London: The Non-Striking Side Outs Act will no longer be called ‘foul play’ with the guardian of cricket laws, the Marylebone Cricket Club (MCC) deciding to move Act 41 intended for foul play to Act 38 which refers to run-out as a mode of dismissal. Along with this, the MCC has also decided to completely ban the use of saliva to shine the ball in amendments to its 2022 code which will come into effect in October.Also Read – NEET PG Counseling 2021: Registration, Extended Choice Filling for Cleanup Round; Details inside
Run-outs on the non-attacking side have often sparked heated spirit of the game debates and several players like India’s first off-spinner Ravichandran Ashwin have advocated it as a fair mode of dismissal. Also Read – ICC launches ‘100 Percent Year of Cricket for Women’s Cricket’ on Women’s Day
“Law 41.16, evict non-attacker has been moved from Law 41 (Foul Play) to Law 38 (Flight). The wording of the law remains the same,” the MCC said in a press release Tuesday evening. . Also Read – NEET UG Counseling 2021: Is Migration Certificate Compulsory for Admission? Here’s what MCC says
The MCC also said using saliva to shine the ball would be considered an unfair practice. The application of saliva has been banned by the ICC due to the COVID-19 pandemic and the MCC said its research has found that the application of saliva has no impact on ball movement.
“When cricket resumed after the onset of Covid-19, playing conditions were written down in most forms of play stating that the application of saliva to the ball was no longer permitted.
“MCC research found this had little to no impact on the amount of swing bowlers got. Players used sweat to polish the ball, and it was just as effective,” he said.
“The new laws will not allow the use of saliva on the ball, which also removes any gray areas of outfield players eating sugary candies to modify their saliva to apply on the ball. The use of saliva will be treated the same as any other unfair method of altering the state of the ball,” he said.
The changes to the code, which emerged in 2017, were suggested by the MCC’s laws subcommittee “which were then approved at the club’s main committee meeting last week”.
The changes will not come into effect until October.
“…the 2022 Code makes some pretty significant changes, from the way we talk about cricket to the way it’s played,” said MCC Chief Legal Officer Fraser Stewart.
“It is important that we announce these changes now as part of the Club’s global commitment to the game, giving officials around the world the opportunity to learn under the new Code before the laws come into effect. October.”
Other recommended changes are:
Law 1 Substitute players:
Substitute players will be treated “as if they were the player they substituted, inheriting any penalty or dismissal that player did in that match”.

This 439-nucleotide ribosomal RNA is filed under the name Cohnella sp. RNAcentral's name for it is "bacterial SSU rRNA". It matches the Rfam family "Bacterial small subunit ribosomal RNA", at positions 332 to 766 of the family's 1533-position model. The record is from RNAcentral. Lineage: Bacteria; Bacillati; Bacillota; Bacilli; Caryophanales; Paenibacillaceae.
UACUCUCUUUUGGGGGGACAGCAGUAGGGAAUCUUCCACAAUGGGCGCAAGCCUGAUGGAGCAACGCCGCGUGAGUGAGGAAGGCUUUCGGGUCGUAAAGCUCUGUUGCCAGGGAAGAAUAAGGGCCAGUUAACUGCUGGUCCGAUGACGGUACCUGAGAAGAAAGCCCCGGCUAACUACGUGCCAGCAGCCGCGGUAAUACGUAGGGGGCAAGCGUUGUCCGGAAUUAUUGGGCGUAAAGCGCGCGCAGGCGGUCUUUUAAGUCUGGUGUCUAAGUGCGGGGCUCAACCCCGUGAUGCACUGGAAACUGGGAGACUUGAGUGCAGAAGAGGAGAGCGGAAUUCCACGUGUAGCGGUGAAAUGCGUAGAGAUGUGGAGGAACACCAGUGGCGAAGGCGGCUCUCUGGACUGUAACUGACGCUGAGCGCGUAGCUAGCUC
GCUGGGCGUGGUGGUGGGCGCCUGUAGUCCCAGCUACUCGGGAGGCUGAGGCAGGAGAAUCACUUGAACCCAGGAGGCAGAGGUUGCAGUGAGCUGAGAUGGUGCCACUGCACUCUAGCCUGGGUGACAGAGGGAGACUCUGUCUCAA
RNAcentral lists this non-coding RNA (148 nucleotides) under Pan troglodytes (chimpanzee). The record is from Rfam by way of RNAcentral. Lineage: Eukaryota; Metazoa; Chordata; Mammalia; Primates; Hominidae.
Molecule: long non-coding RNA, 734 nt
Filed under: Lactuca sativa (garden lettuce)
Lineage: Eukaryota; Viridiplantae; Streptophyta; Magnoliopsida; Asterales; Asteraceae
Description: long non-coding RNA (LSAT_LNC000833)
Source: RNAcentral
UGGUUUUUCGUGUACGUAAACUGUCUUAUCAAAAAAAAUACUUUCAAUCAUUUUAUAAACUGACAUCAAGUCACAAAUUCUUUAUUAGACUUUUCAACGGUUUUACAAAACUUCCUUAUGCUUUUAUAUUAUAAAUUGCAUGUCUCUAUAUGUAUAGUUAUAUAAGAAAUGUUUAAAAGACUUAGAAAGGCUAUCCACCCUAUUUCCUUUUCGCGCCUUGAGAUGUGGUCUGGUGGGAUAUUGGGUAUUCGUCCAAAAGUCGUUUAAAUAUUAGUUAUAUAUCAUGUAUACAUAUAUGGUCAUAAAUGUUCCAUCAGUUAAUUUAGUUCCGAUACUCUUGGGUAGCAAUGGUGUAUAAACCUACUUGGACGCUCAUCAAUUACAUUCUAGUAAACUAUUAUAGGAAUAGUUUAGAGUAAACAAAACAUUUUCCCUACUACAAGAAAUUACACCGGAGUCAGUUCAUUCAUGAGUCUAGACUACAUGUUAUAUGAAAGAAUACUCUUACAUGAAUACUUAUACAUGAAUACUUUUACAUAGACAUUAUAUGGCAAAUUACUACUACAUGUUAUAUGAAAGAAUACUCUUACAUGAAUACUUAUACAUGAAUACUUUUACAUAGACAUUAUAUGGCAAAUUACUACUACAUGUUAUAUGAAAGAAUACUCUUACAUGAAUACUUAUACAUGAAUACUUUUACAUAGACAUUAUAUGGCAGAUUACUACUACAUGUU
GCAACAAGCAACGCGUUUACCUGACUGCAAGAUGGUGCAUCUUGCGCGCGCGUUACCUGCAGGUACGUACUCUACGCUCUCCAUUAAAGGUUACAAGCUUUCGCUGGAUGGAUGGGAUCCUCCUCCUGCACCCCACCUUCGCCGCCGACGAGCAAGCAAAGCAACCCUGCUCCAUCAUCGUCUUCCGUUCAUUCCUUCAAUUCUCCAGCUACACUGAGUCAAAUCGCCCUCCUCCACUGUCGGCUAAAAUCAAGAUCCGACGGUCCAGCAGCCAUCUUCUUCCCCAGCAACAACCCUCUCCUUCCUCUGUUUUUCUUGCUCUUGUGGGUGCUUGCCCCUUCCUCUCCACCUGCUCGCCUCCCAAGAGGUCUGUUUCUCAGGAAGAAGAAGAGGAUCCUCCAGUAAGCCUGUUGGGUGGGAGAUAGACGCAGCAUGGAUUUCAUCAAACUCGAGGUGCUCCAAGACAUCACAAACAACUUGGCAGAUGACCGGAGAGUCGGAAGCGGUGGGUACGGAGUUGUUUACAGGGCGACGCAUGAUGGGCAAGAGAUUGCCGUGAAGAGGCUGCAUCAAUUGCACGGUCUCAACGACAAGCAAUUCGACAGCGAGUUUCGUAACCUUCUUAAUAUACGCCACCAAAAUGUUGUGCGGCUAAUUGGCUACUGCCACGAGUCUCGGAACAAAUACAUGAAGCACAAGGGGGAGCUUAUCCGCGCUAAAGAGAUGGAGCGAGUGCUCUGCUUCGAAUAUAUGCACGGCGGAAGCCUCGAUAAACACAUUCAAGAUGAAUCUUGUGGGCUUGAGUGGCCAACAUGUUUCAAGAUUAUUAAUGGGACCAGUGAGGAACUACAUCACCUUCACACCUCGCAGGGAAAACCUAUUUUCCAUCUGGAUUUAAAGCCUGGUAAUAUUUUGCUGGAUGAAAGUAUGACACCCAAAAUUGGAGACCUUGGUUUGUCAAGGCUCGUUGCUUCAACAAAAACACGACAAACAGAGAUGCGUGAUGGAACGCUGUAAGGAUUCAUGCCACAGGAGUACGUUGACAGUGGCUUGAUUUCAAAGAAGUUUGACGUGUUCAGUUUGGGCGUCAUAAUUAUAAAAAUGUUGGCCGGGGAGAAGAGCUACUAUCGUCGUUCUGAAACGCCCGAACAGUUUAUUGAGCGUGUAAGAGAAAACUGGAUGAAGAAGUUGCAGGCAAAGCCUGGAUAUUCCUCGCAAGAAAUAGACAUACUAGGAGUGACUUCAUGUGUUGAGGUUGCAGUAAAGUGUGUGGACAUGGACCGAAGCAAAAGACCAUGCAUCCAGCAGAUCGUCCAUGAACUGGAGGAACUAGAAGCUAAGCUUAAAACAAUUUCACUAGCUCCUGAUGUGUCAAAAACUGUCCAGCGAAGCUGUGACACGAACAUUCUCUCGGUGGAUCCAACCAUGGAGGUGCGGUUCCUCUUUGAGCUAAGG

Law 18 Batters return when caught
When a batter is caught, the “new batter must enter at the end where the striker was, i.e. to face the next ball (unless it is the end of an over) .”
Rule 188.8.131.52 Dead Ball
The amendment suggests that calling Dead ball takes into account “whether either side is disadvantaged by a person, animal or other object in the field of play.”
“From a pitch invader to a running dog on the pitch, sometimes there is outside interference if that’s the case, and it impacts the game materially, the umpires will call and signal Dead ball.”
Rule 21.4 Bowler throwing on the batter’s side before the throw
“If a bowler throws the ball in an attempt to wear down the striker before entering their delivery stride, it will now be a dead ball. This is an extremely rare scenario, which until now was referred to as No ball.
Law 22.1 Judging a wide
The amendment accounts for a batter’s movement before the ball is pitched.
“It was deemed unfair that a pitch could be called ‘wide’ if it passed where the batter had been standing as the bowler entered their delivery stride.
“As a result, Law 22.1 has been amended so that a wide applies to where the batter is standing, where the striker has stood at all times since the bowler began his run, and who would also have passed the striker in a normal batting position.
Law 25.8 goalscorer’s right to play the ball
“If the ball lands far out of bounds, the new law allows the striker to play the ball as long as part of their bat or person remains in bounds. If they venture beyond that, the The umpire will call and signal Dead Ball As a reward to the batter, any ball that forces him out of bounds will also be called No Ball.
Laws 27.4 and 28.6 Unfair Movement from Camp to Hunt
“Up until now, any member of the fielding team who moved unfairly was only punished with a dead ball…Since the action is both unfair and deliberate, the batting team will be seen now award 5 penalty points.”